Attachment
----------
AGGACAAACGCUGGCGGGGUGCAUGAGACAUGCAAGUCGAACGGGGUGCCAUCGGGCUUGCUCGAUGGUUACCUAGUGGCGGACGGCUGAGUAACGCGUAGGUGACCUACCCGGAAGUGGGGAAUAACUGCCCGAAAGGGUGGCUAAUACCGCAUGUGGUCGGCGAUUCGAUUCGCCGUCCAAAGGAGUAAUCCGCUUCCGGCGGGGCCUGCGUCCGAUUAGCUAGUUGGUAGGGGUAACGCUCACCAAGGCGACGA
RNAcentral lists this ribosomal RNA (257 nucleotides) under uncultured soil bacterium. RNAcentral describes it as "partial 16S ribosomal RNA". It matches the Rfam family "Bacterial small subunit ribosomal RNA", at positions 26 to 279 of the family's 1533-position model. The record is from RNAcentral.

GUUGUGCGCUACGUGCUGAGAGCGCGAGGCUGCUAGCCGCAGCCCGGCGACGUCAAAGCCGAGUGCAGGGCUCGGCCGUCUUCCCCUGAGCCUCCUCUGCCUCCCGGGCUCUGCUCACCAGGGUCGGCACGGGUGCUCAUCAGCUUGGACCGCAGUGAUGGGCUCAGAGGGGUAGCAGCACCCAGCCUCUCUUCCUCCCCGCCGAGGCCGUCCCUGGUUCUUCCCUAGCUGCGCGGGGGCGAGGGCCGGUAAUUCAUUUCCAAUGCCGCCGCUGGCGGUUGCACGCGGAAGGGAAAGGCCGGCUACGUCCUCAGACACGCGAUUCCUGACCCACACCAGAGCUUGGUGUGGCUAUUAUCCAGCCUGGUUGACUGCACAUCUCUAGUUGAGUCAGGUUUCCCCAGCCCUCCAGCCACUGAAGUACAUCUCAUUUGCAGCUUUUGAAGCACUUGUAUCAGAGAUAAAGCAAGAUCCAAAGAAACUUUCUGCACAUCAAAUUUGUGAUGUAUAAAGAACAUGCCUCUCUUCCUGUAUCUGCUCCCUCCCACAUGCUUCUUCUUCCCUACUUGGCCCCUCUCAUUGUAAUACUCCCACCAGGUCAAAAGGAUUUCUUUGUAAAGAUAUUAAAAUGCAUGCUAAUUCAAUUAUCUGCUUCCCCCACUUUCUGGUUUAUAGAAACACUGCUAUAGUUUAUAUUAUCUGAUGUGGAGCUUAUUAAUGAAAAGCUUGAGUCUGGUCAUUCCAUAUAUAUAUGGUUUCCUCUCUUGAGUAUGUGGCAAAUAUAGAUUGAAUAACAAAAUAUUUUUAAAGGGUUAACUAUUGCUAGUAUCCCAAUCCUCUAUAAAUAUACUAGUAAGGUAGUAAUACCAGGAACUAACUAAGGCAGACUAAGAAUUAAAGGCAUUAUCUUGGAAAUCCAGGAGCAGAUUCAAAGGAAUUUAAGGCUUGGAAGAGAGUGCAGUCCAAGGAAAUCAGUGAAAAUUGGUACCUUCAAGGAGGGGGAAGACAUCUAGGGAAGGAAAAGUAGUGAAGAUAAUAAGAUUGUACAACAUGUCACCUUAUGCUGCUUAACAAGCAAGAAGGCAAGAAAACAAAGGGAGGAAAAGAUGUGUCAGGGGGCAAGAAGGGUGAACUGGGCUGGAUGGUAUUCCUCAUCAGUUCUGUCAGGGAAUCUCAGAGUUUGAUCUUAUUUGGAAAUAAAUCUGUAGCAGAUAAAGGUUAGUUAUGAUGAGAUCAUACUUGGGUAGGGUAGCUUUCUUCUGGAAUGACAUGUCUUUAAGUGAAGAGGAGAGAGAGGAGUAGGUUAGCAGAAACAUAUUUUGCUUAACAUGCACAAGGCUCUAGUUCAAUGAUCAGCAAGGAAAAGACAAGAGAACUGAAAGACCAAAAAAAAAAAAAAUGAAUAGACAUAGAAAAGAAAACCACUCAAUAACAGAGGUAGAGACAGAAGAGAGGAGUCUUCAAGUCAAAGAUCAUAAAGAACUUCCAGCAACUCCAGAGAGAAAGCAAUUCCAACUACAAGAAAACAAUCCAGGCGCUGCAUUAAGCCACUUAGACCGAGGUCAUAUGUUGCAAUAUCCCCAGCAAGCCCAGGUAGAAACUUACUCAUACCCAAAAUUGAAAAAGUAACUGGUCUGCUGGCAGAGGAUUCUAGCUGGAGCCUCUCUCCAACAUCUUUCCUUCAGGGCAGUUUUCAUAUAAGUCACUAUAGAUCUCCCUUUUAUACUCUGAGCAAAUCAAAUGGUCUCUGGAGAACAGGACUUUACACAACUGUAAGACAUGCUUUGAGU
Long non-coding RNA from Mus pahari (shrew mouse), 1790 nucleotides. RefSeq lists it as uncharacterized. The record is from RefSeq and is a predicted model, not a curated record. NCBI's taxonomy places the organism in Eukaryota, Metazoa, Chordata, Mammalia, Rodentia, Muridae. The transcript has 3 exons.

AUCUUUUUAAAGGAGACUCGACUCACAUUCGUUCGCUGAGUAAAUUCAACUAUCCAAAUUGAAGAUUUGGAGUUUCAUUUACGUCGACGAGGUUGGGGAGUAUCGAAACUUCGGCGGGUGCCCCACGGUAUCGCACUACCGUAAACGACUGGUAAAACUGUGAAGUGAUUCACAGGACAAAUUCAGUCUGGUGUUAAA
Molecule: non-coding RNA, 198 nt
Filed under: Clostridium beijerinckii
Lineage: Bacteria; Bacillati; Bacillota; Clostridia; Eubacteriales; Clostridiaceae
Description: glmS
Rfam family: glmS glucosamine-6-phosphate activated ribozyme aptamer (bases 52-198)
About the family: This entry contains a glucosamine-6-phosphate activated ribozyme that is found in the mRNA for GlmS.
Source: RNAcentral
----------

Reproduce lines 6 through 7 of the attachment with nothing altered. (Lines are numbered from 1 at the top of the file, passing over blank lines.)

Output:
Molecule: non-coding RNA, 198 nt
Filed under: Clostridium beijerinckii